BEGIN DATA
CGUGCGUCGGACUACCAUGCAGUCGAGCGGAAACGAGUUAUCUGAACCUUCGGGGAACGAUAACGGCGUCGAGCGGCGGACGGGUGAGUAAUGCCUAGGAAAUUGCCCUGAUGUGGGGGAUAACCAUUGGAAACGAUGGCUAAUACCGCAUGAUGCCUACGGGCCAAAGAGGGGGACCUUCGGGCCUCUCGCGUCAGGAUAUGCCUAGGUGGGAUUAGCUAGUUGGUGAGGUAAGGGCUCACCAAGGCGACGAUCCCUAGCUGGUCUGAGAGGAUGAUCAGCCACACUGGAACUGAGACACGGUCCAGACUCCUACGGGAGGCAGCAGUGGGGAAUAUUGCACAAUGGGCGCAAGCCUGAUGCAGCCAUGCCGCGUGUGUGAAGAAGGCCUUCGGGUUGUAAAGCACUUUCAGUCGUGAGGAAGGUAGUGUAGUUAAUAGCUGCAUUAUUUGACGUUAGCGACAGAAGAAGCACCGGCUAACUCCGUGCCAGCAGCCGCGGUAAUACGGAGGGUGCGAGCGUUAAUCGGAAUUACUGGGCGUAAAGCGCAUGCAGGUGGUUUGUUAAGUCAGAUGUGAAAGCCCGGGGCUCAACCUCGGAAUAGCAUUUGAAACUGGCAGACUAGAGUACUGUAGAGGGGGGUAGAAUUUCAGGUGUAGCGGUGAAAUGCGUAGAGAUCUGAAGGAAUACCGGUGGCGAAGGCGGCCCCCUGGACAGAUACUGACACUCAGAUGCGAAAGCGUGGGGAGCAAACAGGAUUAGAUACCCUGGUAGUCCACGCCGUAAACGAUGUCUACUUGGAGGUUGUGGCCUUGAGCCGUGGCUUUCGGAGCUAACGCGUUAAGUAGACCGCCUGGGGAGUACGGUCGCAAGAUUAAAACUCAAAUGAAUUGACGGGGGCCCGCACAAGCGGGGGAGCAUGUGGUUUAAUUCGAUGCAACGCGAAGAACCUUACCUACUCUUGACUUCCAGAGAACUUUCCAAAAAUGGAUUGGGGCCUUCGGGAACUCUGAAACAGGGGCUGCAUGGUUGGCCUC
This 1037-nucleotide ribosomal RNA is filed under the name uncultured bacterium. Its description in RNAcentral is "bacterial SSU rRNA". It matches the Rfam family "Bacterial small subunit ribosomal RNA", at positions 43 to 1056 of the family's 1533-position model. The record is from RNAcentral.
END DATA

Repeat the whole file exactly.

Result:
CGUGCGUCGGACUACCAUGCAGUCGAGCGGAAACGAGUUAUCUGAACCUUCGGGGAACGAUAACGGCGUCGAGCGGCGGACGGGUGAGUAAUGCCUAGGAAAUUGCCCUGAUGUGGGGGAUAACCAUUGGAAACGAUGGCUAAUACCGCAUGAUGCCUACGGGCCAAAGAGGGGGACCUUCGGGCCUCUCGCGUCAGGAUAUGCCUAGGUGGGAUUAGCUAGUUGGUGAGGUAAGGGCUCACCAAGGCGACGAUCCCUAGCUGGUCUGAGAGGAUGAUCAGCCACACUGGAACUGAGACACGGUCCAGACUCCUACGGGAGGCAGCAGUGGGGAAUAUUGCACAAUGGGCGCAAGCCUGAUGCAGCCAUGCCGCGUGUGUGAAGAAGGCCUUCGGGUUGUAAAGCACUUUCAGUCGUGAGGAAGGUAGUGUAGUUAAUAGCUGCAUUAUUUGACGUUAGCGACAGAAGAAGCACCGGCUAACUCCGUGCCAGCAGCCGCGGUAAUACGGAGGGUGCGAGCGUUAAUCGGAAUUACUGGGCGUAAAGCGCAUGCAGGUGGUUUGUUAAGUCAGAUGUGAAAGCCCGGGGCUCAACCUCGGAAUAGCAUUUGAAACUGGCAGACUAGAGUACUGUAGAGGGGGGUAGAAUUUCAGGUGUAGCGGUGAAAUGCGUAGAGAUCUGAAGGAAUACCGGUGGCGAAGGCGGCCCCCUGGACAGAUACUGACACUCAGAUGCGAAAGCGUGGGGAGCAAACAGGAUUAGAUACCCUGGUAGUCCACGCCGUAAACGAUGUCUACUUGGAGGUUGUGGCCUUGAGCCGUGGCUUUCGGAGCUAACGCGUUAAGUAGACCGCCUGGGGAGUACGGUCGCAAGAUUAAAACUCAAAUGAAUUGACGGGGGCCCGCACAAGCGGGGGAGCAUGUGGUUUAAUUCGAUGCAACGCGAAGAACCUUACCUACUCUUGACUUCCAGAGAACUUUCCAAAAAUGGAUUGGGGCCUUCGGGAACUCUGAAACAGGGGCUGCAUGGUUGGCCUC
This 1037-nucleotide ribosomal RNA is filed under the name uncultured bacterium. Its description in RNAcentral is "bacterial SSU rRNA". It matches the Rfam family "Bacterial small subunit ribosomal RNA", at positions 43 to 1056 of the family's 1533-position model. The record is from RNAcentral.